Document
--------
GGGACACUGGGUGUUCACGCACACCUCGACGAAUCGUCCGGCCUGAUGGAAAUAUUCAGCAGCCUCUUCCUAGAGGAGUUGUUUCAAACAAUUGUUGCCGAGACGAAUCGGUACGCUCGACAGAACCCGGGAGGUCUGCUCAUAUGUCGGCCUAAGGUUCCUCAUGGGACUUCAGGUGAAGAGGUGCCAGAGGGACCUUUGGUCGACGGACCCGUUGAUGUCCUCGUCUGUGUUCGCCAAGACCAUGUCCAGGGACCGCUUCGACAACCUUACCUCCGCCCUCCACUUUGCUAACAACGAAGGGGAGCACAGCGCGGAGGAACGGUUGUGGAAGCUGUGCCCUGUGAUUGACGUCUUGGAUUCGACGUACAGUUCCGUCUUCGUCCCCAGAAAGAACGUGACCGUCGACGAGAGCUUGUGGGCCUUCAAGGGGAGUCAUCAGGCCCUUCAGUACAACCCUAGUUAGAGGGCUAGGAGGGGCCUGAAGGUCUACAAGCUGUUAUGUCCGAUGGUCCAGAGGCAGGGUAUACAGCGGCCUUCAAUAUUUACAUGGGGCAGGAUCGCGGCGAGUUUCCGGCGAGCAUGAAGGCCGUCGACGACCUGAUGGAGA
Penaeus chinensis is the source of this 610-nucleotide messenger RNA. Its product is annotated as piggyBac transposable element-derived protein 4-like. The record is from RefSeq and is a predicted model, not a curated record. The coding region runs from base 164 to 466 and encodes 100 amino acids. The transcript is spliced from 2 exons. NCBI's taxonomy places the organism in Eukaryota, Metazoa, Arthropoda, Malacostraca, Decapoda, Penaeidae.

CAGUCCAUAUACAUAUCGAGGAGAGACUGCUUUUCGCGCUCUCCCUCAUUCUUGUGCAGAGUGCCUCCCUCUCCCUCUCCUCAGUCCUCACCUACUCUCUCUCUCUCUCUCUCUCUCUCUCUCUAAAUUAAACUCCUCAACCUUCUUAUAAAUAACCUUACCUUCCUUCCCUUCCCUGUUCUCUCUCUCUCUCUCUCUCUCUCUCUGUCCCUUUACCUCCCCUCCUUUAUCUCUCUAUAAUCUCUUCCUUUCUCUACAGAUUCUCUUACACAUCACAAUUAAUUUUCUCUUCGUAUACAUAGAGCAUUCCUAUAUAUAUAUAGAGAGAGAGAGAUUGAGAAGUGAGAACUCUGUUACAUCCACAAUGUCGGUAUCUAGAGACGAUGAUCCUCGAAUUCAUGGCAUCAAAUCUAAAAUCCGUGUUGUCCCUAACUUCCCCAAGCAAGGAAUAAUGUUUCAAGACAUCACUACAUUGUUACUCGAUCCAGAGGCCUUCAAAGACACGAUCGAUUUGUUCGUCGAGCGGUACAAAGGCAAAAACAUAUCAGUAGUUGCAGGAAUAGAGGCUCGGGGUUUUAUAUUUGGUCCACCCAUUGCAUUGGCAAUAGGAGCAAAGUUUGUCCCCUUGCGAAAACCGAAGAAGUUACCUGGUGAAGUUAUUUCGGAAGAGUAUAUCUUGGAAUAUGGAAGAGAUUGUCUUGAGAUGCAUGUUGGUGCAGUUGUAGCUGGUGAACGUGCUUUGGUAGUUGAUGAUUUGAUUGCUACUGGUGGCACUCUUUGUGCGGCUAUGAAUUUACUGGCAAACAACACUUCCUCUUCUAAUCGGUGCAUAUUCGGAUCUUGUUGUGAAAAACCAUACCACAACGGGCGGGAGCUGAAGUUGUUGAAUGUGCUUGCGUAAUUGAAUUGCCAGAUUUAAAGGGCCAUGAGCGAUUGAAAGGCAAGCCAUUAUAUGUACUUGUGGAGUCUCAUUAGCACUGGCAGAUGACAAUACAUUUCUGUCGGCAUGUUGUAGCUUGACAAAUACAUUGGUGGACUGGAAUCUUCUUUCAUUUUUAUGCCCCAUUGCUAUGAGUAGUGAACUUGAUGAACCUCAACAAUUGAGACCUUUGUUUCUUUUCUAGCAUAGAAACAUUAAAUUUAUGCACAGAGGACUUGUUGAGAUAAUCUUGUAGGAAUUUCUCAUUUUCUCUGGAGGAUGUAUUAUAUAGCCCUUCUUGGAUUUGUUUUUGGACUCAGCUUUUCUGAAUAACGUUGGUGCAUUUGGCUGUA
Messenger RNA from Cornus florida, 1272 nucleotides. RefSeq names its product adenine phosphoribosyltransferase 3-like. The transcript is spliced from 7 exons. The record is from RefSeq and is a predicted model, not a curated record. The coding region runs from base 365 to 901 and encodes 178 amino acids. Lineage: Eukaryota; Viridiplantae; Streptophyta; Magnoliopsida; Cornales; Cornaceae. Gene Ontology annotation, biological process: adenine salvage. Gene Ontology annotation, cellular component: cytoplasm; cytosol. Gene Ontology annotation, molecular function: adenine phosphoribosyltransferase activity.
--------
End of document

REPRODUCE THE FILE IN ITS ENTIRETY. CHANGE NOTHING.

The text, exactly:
GGGACACUGGGUGUUCACGCACACCUCGACGAAUCGUCCGGCCUGAUGGAAAUAUUCAGCAGCCUCUUCCUAGAGGAGUUGUUUCAAACAAUUGUUGCCGAGACGAAUCGGUACGCUCGACAGAACCCGGGAGGUCUGCUCAUAUGUCGGCCUAAGGUUCCUCAUGGGACUUCAGGUGAAGAGGUGCCAGAGGGACCUUUGGUCGACGGACCCGUUGAUGUCCUCGUCUGUGUUCGCCAAGACCAUGUCCAGGGACCGCUUCGACAACCUUACCUCCGCCCUCCACUUUGCUAACAACGAAGGGGAGCACAGCGCGGAGGAACGGUUGUGGAAGCUGUGCCCUGUGAUUGACGUCUUGGAUUCGACGUACAGUUCCGUCUUCGUCCCCAGAAAGAACGUGACCGUCGACGAGAGCUUGUGGGCCUUCAAGGGGAGUCAUCAGGCCCUUCAGUACAACCCUAGUUAGAGGGCUAGGAGGGGCCUGAAGGUCUACAAGCUGUUAUGUCCGAUGGUCCAGAGGCAGGGUAUACAGCGGCCUUCAAUAUUUACAUGGGGCAGGAUCGCGGCGAGUUUCCGGCGAGCAUGAAGGCCGUCGACGACCUGAUGGAGA
Penaeus chinensis is the source of this 610-nucleotide messenger RNA. Its product is annotated as piggyBac transposable element-derived protein 4-like. The record is from RefSeq and is a predicted model, not a curated record. The coding region runs from base 164 to 466 and encodes 100 amino acids. The transcript is spliced from 2 exons. NCBI's taxonomy places the organism in Eukaryota, Metazoa, Arthropoda, Malacostraca, Decapoda, Penaeidae.

CAGUCCAUAUACAUAUCGAGGAGAGACUGCUUUUCGCGCUCUCCCUCAUUCUUGUGCAGAGUGCCUCCCUCUCCCUCUCCUCAGUCCUCACCUACUCUCUCUCUCUCUCUCUCUCUCUCUCUCUAAAUUAAACUCCUCAACCUUCUUAUAAAUAACCUUACCUUCCUUCCCUUCCCUGUUCUCUCUCUCUCUCUCUCUCUCUCUCUGUCCCUUUACCUCCCCUCCUUUAUCUCUCUAUAAUCUCUUCCUUUCUCUACAGAUUCUCUUACACAUCACAAUUAAUUUUCUCUUCGUAUACAUAGAGCAUUCCUAUAUAUAUAUAGAGAGAGAGAGAUUGAGAAGUGAGAACUCUGUUACAUCCACAAUGUCGGUAUCUAGAGACGAUGAUCCUCGAAUUCAUGGCAUCAAAUCUAAAAUCCGUGUUGUCCCUAACUUCCCCAAGCAAGGAAUAAUGUUUCAAGACAUCACUACAUUGUUACUCGAUCCAGAGGCCUUCAAAGACACGAUCGAUUUGUUCGUCGAGCGGUACAAAGGCAAAAACAUAUCAGUAGUUGCAGGAAUAGAGGCUCGGGGUUUUAUAUUUGGUCCACCCAUUGCAUUGGCAAUAGGAGCAAAGUUUGUCCCCUUGCGAAAACCGAAGAAGUUACCUGGUGAAGUUAUUUCGGAAGAGUAUAUCUUGGAAUAUGGAAGAGAUUGUCUUGAGAUGCAUGUUGGUGCAGUUGUAGCUGGUGAACGUGCUUUGGUAGUUGAUGAUUUGAUUGCUACUGGUGGCACUCUUUGUGCGGCUAUGAAUUUACUGGCAAACAACACUUCCUCUUCUAAUCGGUGCAUAUUCGGAUCUUGUUGUGAAAAACCAUACCACAACGGGCGGGAGCUGAAGUUGUUGAAUGUGCUUGCGUAAUUGAAUUGCCAGAUUUAAAGGGCCAUGAGCGAUUGAAAGGCAAGCCAUUAUAUGUACUUGUGGAGUCUCAUUAGCACUGGCAGAUGACAAUACAUUUCUGUCGGCAUGUUGUAGCUUGACAAAUACAUUGGUGGACUGGAAUCUUCUUUCAUUUUUAUGCCCCAUUGCUAUGAGUAGUGAACUUGAUGAACCUCAACAAUUGAGACCUUUGUUUCUUUUCUAGCAUAGAAACAUUAAAUUUAUGCACAGAGGACUUGUUGAGAUAAUCUUGUAGGAAUUUCUCAUUUUCUCUGGAGGAUGUAUUAUAUAGCCCUUCUUGGAUUUGUUUUUGGACUCAGCUUUUCUGAAUAACGUUGGUGCAUUUGGCUGUA
Messenger RNA from Cornus florida, 1272 nucleotides. RefSeq names its product adenine phosphoribosyltransferase 3-like. The transcript is spliced from 7 exons. The record is from RefSeq and is a predicted model, not a curated record. The coding region runs from base 365 to 901 and encodes 178 amino acids. Lineage: Eukaryota; Viridiplantae; Streptophyta; Magnoliopsida; Cornales; Cornaceae. Gene Ontology annotation, biological process: adenine salvage. Gene Ontology annotation, cellular component: cytoplasm; cytosol. Gene Ontology annotation, molecular function: adenine phosphoribosyltransferase activity.